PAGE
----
Felons should not be allowed to serve as president

Minimalist art of Donald Trump behind prison bars over a beige background

Jose Gonzalez-Campelo / The Cougar

On May 30, Donald Trump was convicted of 34 felony charges, making him the first former American president to hold felon status. Expectedly, this has sparked nationwide commentary and debates about how this should affect the upcoming 2024 election.

A convicted felon is eligible to serve as president per the United States Constitution. However, allowing it is morally tactless. Given the current consequences a felony conviction has on the average American, felons should not be allowed to serve as president.

Holding a felony conviction is a life-altering status for most Americans. The specific restrictions vary from state to state and with the severity of the conviction, but generally, it can prevent citizens from securing jobs, loans, government assistance — including FAFSA —, housing and voting.

Trump’s wealth and status exclude him from most of these consequences. In the event that he does win the 2024 election and serves his second term, working-class citizens nationwide will be reminded that the rich play by different rules.

In addition to highlighting disparities between the rich and everyone else, a felony conviction is grounds for a call to question one’s integrity.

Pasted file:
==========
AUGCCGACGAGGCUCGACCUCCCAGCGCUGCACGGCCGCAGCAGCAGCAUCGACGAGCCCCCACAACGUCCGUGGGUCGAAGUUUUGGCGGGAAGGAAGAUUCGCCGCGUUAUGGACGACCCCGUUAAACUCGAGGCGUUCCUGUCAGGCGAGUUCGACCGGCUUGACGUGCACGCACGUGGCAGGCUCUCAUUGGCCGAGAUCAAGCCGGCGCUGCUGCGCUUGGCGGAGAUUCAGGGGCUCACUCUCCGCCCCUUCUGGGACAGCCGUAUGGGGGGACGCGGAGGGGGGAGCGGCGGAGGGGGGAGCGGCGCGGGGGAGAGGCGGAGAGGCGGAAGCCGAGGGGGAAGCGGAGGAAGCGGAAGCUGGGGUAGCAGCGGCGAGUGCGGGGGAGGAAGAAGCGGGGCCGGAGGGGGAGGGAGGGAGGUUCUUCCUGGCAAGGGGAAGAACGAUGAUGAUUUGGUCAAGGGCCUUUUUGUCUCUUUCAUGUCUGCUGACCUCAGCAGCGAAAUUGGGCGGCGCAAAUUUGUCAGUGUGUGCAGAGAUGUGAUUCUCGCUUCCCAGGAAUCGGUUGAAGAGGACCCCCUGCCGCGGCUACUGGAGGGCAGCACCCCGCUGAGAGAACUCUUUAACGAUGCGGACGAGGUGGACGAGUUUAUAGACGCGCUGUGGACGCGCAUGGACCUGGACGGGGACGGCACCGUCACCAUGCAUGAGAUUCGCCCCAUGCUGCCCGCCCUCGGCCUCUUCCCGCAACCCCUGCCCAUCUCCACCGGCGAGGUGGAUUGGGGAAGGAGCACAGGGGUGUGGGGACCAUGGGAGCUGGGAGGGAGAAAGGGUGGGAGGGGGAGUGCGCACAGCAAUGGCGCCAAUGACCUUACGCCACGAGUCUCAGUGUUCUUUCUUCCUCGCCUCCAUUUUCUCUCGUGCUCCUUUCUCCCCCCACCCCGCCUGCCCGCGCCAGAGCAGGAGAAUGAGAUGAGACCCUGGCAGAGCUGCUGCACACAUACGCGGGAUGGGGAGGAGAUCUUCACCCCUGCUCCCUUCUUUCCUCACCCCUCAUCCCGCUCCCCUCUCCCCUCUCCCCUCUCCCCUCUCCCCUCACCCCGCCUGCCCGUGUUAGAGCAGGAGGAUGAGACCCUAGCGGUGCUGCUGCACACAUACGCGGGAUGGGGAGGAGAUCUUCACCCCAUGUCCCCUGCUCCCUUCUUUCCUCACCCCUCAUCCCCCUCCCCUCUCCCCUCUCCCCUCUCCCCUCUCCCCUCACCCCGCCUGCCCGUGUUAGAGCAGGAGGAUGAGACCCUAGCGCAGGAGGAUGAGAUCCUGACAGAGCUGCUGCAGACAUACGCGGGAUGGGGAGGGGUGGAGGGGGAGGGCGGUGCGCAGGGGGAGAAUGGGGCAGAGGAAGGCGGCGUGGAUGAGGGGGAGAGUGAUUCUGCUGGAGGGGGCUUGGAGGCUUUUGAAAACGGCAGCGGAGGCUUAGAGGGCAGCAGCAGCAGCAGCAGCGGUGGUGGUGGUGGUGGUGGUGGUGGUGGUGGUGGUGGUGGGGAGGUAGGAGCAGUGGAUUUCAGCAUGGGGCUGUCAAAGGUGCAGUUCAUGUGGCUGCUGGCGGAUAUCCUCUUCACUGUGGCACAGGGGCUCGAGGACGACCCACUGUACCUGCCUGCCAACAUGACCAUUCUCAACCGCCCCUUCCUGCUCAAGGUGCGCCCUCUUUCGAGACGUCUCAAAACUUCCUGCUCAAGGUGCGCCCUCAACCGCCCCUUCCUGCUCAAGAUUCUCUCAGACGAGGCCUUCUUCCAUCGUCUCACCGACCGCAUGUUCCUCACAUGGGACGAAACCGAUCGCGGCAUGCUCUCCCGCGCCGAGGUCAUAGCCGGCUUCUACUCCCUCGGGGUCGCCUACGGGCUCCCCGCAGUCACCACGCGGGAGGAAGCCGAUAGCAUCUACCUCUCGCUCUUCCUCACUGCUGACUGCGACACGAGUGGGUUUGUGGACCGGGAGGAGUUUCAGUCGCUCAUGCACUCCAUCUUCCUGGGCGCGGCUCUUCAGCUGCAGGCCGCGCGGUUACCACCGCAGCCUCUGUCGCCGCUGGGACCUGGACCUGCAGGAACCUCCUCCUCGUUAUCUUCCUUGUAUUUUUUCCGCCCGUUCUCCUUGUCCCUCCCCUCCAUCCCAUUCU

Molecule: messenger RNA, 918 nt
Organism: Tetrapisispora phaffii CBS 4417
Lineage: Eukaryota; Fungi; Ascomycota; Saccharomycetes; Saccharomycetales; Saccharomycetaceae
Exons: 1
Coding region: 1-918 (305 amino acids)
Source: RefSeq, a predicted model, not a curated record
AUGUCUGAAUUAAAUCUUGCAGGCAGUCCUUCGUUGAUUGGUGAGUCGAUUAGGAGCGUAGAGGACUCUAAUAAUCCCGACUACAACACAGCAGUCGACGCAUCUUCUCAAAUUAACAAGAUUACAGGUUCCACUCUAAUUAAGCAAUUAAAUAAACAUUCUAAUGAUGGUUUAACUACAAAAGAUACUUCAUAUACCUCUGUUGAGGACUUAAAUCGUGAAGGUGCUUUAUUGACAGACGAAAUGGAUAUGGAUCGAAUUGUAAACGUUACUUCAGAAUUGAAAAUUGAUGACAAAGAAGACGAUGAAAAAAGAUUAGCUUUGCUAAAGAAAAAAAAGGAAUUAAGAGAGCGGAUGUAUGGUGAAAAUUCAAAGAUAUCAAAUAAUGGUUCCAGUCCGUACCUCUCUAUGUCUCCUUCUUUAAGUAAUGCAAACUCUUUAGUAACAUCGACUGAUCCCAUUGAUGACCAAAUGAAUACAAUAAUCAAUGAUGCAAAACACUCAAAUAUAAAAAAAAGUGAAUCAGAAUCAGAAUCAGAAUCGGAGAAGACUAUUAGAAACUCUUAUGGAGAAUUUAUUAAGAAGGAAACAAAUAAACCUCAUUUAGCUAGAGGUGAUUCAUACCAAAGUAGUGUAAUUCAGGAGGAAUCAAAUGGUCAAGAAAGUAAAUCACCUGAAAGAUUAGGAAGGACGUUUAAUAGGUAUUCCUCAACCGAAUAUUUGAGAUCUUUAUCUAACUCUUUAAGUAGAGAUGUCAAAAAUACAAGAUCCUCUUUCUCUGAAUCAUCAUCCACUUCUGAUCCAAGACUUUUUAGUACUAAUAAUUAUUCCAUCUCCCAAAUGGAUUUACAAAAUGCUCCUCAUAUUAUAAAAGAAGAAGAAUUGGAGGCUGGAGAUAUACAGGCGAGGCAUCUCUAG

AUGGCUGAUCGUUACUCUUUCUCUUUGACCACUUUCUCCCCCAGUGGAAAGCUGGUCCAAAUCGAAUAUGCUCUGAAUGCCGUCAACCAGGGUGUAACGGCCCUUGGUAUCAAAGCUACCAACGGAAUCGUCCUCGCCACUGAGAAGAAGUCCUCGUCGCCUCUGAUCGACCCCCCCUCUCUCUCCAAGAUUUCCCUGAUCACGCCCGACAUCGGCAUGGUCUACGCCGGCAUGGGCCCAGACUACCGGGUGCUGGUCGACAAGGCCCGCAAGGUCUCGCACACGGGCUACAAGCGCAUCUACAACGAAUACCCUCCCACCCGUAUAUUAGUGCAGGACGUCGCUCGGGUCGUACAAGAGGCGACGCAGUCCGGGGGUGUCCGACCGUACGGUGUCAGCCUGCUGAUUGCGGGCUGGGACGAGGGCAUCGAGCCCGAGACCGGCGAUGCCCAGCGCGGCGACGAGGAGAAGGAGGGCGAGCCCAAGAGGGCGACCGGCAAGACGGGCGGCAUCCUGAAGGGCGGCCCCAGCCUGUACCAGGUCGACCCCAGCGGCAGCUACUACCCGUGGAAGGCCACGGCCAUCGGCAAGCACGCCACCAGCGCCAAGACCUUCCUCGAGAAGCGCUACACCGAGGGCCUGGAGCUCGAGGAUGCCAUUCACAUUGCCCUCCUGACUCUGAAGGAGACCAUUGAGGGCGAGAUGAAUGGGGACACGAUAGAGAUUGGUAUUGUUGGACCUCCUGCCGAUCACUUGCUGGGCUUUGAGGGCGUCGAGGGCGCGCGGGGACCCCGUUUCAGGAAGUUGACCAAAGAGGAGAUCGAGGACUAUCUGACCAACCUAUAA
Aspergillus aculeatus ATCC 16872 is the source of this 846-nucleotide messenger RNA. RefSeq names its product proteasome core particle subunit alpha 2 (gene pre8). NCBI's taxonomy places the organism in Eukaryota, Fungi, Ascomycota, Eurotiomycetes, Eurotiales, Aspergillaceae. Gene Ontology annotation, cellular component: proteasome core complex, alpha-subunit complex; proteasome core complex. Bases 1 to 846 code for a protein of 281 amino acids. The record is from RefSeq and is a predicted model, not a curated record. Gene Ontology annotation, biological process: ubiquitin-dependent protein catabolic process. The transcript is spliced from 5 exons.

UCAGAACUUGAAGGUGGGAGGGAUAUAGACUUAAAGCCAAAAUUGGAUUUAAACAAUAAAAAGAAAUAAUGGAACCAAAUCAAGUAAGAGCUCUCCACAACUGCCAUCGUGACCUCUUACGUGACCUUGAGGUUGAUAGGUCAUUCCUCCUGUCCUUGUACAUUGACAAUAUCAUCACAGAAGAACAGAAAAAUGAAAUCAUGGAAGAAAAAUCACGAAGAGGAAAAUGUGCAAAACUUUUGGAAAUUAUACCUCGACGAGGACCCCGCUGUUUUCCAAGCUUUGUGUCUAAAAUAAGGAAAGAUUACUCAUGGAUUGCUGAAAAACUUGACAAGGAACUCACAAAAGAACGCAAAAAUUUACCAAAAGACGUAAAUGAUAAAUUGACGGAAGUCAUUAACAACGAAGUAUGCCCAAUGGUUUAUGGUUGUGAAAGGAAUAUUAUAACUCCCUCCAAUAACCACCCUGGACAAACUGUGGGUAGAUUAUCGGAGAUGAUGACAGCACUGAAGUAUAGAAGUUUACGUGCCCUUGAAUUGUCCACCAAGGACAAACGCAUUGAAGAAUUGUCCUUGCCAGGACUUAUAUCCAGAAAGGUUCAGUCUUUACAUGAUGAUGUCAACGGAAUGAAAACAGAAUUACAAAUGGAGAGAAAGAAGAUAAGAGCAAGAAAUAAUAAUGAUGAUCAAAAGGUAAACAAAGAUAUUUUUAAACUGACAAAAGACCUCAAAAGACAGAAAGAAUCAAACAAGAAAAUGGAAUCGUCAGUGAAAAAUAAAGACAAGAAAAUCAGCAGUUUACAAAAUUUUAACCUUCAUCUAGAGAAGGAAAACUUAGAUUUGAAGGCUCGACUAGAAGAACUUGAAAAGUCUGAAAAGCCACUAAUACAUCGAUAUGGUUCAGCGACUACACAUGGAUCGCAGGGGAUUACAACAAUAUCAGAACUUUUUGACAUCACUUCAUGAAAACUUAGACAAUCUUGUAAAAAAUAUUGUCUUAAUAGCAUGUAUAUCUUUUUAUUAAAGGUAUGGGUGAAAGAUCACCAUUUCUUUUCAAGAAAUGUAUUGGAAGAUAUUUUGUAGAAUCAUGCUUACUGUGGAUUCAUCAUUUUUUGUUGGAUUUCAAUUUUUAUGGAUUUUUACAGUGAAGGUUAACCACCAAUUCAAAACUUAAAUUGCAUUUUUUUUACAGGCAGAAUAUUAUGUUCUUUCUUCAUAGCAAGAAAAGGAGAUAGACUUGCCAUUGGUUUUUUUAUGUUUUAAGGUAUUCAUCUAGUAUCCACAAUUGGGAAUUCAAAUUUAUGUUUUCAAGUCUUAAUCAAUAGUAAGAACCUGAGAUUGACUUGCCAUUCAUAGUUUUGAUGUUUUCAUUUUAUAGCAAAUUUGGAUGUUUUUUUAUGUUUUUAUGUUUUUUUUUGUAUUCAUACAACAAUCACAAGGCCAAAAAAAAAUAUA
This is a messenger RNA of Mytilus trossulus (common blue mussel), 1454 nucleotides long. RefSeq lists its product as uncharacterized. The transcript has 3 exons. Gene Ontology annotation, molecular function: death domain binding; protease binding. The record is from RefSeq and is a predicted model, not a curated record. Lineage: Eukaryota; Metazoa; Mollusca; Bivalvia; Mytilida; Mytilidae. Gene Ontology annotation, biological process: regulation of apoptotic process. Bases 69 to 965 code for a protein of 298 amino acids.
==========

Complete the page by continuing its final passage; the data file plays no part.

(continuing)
In the case of law students, prospective lawyers must inform the bar examiners of any indiscretions at any point in life. This includes anything from noise complaints and speeding tickets to misdemeanors and felonies. The purpose of this is to minimize the amount of morally unethical lawyers and in turn, minimize the chance of harm to the public. 

It should be acknowledged that lawyers may pass the bar exam with a felony conviction in most states, as it is determined on a case-by-case basis. However, lawyers are responsible for the lives of a select few, the president is responsible for both American lives and those in other countries. Harm reduction should be of utmost priority when considering a president.

Consequences for the average convicted felon include many restrictions related to basic needs, such as jobs, housing and federal assistance. These limitations continue even after serving prison time or finishing a probationary period. It’s undeniable that permitting a felon to serve as president sends a contradictory and elitist message to the public about breaking the law and its consequences.

If American citizens are so blatantly shown that law and order does not apply to the elite, how can they trust their government to represent them fairly?

Donald Trump is no stranger to the spotlight and has been the topic of national political discussion since his successful presidential campaign back in 2016.  The recent convictions follow in his pattern of controversial behavior; however, the conversations being had are arguably more important than the one who inspired them.

It is shown time and time again that the rich and everyone else live in two different worlds and abide by considerably different rules. Simply put, it is unfair for the average American to be robbed of basic experiences due to a felony conviction while rich Americans’ lives are virtually unaffected. 

It is abhorrent of the American government to allow such disparities to exist between classes. Unless felony conviction consequences are modified overall, it is morally unacceptable for a felon to serve as president.

Reanah Coates is a junior strategic communications major that can be reached at [email protected]

Leave a Comment